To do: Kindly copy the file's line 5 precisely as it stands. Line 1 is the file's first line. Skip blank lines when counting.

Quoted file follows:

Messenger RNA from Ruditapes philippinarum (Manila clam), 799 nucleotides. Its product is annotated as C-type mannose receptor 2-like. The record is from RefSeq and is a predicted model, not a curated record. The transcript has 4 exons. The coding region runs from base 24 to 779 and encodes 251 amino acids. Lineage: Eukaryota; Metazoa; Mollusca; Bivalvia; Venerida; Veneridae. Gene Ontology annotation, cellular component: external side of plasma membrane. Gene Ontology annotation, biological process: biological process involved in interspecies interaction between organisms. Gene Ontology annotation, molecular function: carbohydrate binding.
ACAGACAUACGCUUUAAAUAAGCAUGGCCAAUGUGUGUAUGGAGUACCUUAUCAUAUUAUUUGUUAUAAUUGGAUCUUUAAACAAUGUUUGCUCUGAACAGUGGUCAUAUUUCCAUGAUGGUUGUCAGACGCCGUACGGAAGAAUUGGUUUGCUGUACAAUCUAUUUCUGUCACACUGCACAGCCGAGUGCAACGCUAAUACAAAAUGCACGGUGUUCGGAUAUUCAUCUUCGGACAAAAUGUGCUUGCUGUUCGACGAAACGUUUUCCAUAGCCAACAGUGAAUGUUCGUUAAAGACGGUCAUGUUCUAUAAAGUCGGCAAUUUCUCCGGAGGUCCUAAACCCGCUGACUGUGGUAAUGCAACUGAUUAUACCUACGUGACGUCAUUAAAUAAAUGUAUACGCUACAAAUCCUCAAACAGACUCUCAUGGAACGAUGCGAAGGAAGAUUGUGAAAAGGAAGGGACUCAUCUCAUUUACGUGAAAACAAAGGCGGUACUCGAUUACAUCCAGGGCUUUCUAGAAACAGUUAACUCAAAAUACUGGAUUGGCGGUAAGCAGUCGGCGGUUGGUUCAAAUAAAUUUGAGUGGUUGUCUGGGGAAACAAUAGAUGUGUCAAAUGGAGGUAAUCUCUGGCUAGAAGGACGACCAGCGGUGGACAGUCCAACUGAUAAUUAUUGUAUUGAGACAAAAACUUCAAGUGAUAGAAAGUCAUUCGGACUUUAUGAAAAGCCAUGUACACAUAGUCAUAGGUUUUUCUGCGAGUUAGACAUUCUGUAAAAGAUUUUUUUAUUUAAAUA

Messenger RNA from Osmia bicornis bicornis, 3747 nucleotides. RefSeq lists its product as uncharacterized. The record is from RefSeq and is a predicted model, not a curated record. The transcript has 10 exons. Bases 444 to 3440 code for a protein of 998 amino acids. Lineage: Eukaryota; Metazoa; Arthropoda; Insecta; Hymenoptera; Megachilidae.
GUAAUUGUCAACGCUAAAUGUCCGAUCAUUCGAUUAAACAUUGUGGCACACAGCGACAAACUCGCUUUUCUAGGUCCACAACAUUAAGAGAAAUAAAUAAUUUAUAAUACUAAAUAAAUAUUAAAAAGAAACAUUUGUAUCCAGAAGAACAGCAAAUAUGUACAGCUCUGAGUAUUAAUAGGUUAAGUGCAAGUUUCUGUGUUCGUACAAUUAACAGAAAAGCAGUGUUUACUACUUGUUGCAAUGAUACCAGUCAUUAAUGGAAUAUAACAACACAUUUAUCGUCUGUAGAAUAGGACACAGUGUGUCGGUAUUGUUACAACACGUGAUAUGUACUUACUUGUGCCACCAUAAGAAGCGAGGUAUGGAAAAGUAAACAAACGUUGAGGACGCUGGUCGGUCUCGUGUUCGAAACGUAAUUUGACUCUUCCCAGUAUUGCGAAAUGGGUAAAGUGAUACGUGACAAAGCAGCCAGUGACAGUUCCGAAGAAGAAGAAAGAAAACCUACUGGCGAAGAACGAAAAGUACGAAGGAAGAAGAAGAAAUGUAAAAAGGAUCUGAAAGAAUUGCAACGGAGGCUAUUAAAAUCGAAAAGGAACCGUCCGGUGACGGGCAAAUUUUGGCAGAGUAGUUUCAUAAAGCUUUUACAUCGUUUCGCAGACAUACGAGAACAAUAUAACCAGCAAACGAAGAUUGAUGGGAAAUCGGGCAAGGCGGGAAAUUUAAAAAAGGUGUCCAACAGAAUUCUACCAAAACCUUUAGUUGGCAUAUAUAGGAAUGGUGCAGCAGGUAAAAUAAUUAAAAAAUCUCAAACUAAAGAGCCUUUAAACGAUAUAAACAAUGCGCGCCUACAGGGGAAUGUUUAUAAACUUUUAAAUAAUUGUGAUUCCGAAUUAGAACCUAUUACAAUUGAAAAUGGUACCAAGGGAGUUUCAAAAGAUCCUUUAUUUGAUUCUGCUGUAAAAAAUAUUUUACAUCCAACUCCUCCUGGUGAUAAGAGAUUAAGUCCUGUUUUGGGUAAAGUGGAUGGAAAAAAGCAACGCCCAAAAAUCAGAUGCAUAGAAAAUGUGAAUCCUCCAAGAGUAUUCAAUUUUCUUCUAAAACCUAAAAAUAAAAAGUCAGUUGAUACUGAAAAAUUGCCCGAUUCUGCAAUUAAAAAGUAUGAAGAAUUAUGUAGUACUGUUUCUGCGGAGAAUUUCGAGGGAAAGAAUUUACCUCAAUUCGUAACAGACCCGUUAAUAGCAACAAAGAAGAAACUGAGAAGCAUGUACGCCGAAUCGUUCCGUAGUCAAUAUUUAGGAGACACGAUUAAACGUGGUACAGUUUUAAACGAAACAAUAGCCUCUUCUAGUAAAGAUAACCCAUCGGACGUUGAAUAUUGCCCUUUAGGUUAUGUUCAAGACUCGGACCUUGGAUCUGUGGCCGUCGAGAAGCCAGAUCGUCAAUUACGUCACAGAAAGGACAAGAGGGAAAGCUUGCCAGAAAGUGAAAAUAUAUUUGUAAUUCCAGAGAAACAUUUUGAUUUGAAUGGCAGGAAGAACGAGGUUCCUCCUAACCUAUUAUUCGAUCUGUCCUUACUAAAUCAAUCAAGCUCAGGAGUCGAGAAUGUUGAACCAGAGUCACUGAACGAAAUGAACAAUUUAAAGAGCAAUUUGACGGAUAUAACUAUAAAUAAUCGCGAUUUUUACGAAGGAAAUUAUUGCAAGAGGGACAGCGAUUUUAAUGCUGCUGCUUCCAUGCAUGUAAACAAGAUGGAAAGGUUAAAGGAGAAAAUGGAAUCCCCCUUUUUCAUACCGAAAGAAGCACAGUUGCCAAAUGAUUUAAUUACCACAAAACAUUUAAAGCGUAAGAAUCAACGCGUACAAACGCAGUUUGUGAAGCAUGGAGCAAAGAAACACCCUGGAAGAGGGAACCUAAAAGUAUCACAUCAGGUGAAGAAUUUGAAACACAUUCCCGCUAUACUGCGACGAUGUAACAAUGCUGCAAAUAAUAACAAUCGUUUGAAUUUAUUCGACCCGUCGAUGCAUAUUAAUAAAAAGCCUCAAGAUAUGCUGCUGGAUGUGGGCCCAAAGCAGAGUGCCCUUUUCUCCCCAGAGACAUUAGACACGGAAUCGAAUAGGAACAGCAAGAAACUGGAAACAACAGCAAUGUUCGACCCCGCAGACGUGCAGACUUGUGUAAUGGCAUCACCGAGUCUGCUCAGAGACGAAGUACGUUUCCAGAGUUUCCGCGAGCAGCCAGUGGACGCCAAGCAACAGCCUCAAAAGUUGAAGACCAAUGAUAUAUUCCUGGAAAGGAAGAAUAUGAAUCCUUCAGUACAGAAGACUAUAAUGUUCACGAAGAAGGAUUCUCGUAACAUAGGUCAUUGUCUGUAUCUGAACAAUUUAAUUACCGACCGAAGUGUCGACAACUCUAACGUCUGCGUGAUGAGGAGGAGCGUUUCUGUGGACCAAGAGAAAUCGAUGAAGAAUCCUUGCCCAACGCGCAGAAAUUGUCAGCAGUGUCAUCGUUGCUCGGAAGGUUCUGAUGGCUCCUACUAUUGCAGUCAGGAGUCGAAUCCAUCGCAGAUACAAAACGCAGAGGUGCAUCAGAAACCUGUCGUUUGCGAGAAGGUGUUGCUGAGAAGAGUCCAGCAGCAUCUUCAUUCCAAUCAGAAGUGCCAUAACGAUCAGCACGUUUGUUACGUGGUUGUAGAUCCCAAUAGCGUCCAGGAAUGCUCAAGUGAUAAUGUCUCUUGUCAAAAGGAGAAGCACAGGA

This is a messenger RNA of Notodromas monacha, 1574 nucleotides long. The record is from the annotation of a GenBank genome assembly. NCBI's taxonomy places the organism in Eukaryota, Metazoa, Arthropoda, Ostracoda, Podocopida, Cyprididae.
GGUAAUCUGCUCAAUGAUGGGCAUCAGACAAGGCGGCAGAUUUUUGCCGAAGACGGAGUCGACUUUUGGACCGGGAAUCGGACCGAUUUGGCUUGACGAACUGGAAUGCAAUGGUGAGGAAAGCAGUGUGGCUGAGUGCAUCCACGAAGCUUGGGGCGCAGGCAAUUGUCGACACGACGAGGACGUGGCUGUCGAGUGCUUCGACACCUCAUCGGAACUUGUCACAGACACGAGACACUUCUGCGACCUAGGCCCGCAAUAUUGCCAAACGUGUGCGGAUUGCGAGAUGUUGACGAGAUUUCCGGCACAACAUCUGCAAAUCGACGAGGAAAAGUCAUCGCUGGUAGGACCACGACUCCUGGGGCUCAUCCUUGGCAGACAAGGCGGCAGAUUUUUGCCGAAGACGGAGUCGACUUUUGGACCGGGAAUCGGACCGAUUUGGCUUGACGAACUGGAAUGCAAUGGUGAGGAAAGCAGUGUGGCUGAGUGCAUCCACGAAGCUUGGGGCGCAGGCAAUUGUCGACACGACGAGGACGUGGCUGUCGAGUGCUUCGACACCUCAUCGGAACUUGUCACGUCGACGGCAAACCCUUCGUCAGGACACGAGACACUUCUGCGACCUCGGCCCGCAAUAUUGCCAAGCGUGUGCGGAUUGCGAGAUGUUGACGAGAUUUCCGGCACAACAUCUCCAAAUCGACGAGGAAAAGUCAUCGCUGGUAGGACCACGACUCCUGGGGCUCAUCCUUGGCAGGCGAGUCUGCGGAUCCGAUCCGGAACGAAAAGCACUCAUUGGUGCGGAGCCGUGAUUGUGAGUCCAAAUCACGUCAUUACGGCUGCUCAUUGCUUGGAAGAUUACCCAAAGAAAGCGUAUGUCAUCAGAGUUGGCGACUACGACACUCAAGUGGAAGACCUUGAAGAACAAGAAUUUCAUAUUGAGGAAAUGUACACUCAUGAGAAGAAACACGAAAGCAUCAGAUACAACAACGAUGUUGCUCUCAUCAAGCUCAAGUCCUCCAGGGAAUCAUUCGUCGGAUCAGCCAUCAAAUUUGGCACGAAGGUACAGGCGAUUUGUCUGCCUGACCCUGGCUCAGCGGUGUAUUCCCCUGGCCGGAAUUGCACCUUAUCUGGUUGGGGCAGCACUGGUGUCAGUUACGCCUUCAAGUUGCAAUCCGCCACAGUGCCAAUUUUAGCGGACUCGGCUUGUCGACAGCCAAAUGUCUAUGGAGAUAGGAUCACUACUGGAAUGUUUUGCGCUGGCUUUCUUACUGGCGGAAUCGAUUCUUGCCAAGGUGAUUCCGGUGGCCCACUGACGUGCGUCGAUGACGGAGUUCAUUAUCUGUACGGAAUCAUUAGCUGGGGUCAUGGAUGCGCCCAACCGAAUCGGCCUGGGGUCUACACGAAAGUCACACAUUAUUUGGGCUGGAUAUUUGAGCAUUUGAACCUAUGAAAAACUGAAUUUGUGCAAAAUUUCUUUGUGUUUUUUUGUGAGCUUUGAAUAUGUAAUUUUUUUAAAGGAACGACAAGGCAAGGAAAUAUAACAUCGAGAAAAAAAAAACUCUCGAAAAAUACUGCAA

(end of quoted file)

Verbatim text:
This is a messenger RNA of Notodromas monacha, 1574 nucleotides long. The record is from the annotation of a GenBank genome assembly. NCBI's taxonomy places the organism in Eukaryota, Metazoa, Arthropoda, Ostracoda, Podocopida, Cyprididae.